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  • What Christian Liberation Theology and Buddhism Need to Learn from Each Other
  • John Makransky

Both Christian liberation theologians and engaged Buddhists seek to empower the deepest personhood of people by liberating them from conditions of suffering that hide their deeper identity and impede their fuller potential.1 Christian and Buddhist liberation theologies differ in what they identify as the main conditions of suffering, and in the epistemologies they use to disclose those suffering conditions and to address them. Through their differences, I argue, each tradition points out an epistemological weakness in the other that would otherwise have remained unnoticed and, by exposing it, helps correct it.

In terms of Christian liberation epistemology, even taking into account the historical situation that liberation theologians speak from, one weakness is a tendency to construct and reify a duality between those who are preferred by God and those who are not, a duality that makes it difficult, practically speaking, actually to love each person unconditionally in the way that Jesus taught. This is exacerbated by insufficient attention to layers of suffering in people that drive their unjust actions against others. I draw on Buddhist epistemology to uncover these problems by critically analyzing some of the language of a few liberation theologians.

On the other hand, Buddhist epistemology lacks the concept of a God who chose to incarnate uniquely among the most marginalized and rejected, and the related Christian concept of social sin. This focus of liberation theology can sharpen Buddhist attention on “nonpersons” in our midst and to the social forces behind their marginalization and suffering. Christian liberation theology thus informs and helps reframe Buddhist understandings of compassion and its cultivation, and stimulates new insights into current social implications of ancient Buddhist teachings of karma, interdependence, and bodhisattva practice.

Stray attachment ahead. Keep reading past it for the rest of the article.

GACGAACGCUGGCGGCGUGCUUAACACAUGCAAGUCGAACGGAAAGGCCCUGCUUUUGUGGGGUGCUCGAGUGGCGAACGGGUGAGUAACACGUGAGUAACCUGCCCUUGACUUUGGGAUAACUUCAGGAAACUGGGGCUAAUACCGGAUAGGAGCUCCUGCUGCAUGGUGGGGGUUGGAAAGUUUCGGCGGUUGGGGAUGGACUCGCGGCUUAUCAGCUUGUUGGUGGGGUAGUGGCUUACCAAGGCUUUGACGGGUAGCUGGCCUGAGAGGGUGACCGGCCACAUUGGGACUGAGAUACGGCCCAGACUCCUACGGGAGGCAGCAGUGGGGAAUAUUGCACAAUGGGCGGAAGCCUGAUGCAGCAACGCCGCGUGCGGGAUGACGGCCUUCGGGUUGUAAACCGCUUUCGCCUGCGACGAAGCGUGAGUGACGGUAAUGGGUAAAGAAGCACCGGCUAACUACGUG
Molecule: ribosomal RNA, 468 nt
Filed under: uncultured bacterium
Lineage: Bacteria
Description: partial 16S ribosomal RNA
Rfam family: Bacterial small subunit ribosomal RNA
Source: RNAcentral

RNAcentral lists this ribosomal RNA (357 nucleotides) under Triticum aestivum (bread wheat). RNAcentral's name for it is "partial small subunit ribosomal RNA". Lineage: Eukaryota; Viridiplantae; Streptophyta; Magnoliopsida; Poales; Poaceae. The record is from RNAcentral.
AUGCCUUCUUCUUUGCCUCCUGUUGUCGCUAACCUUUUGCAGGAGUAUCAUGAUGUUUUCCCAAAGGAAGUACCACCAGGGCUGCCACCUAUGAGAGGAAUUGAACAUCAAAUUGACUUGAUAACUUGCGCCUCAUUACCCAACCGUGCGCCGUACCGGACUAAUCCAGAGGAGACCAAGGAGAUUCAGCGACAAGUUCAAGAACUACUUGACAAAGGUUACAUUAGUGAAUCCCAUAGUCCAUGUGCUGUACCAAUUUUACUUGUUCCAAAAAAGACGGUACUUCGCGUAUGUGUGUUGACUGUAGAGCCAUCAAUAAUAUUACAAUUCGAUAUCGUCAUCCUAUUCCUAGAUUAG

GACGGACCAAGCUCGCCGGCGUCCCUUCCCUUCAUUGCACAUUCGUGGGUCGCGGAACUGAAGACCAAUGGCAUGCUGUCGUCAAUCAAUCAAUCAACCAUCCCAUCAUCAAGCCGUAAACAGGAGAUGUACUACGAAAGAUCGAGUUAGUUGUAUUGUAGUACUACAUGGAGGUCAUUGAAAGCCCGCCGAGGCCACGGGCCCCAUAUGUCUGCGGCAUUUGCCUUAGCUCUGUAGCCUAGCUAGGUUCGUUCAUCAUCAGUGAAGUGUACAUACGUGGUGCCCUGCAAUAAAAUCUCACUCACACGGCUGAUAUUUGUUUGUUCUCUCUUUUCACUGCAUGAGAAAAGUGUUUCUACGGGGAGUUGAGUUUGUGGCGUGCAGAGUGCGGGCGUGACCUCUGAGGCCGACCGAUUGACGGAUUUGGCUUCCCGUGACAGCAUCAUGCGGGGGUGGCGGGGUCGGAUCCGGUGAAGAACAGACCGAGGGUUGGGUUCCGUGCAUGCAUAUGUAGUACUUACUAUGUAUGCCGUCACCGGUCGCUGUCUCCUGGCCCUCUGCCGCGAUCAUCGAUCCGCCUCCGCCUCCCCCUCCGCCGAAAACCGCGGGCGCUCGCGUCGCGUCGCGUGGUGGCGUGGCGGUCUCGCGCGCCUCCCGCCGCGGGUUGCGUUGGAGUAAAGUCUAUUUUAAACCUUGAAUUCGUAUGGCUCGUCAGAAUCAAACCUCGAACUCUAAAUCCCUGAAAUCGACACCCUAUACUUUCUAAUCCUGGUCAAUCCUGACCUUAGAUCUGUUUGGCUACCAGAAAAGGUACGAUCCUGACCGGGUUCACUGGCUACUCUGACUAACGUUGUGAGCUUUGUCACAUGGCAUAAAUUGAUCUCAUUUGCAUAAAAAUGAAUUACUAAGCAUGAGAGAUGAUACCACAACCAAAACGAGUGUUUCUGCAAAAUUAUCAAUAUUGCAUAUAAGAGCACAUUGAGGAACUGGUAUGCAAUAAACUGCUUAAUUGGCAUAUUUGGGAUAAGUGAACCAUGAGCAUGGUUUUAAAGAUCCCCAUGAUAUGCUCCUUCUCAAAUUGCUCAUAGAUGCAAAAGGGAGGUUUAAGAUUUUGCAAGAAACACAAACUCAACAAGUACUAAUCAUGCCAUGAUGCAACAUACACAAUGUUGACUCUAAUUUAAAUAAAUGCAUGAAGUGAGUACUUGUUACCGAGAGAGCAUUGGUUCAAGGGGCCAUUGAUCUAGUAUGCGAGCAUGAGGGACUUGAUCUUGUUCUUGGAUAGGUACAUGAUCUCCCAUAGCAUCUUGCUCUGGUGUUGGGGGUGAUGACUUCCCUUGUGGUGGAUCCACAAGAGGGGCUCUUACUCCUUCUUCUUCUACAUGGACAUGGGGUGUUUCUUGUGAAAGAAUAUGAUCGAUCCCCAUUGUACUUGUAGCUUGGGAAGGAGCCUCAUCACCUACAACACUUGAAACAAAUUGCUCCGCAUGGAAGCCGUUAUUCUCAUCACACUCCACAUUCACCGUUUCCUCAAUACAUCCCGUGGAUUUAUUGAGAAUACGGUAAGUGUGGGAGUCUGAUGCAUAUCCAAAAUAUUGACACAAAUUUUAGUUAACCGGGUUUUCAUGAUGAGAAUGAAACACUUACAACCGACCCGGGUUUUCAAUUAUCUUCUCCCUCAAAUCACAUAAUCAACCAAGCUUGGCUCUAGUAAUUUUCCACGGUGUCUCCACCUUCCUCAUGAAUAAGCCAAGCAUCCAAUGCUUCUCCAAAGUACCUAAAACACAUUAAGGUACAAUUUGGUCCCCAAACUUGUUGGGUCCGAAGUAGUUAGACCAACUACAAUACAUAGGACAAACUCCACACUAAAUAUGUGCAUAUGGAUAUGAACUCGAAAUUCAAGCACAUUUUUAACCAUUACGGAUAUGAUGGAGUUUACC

This essay begins with Buddhist ideas, but it is not a religious studies analysis of them concerned with their diverse developments through history. Rather, this essay is the Buddhist equivalent of an exercise in comparative, constructive theology, which speaks from within a specific location in a Buddhist tradition to explore how dialogue with part of another religious tradition, here Christian liberation theology, may stimulate fresh insights. [End Page 117]

buddhist epistemological principles relevant to christian liberation theology

In what follows I will briefly summarize and draw on elements of Tibetan Buddhist theory and practice from the Nyingma tradition, the most ancient Tibetan Buddhist tradition. According to the theory and practice of this tradition, all of our experiences of self, others, and world possess two essential qualities: emptiness and cognizance. The mind’s cognizance is the knowing, aware quality within each experience. The mind’s emptiness is the basic space in and through all experiences that permits everything we experience to be as impermanent as it is. Emptiness is also described as the basic space of dependent arising that permits each thing to arise in dependence upon, and as an expression of, other things. Emptiness is thus also the lack of any isolated, autonomous being in anything we experience. The essence of enlightenment dawns when the mind’s cognizant quality recognizes the emptiness of all experiences, the basic space of dependent arising in and through all things. Emptiness then becomes the space of freedom for our cognizance, much more fully, to express its latent capacities of loving connection, compassion, and wisdom. These are qualities of a Buddha’s enlightenment.2 Please note, therefore, that the term “emptiness” should not be misunderstood to imply that we do not exist. Indeed, to have insight into the emptiness of our being is to have insight into our deep interdependence with others, permitting our fuller humanity to manifest: our underlying capacity for much greater love, care, discernment, courage, and creative responsiveness to the world. Such insight recognizes that our limiting thoughts of self and other, which we tend to mistake in the moment as fully defining persons, are merely relative, limited constructs, not fully defining of anyone.

The Buddha disclosed this possibility of enlightenment because we are, by and large, not enlightened in this way, but caught in an entrenched delusion that affects everything we think, feel, and do, a delusion that binds us into layers of individual and social...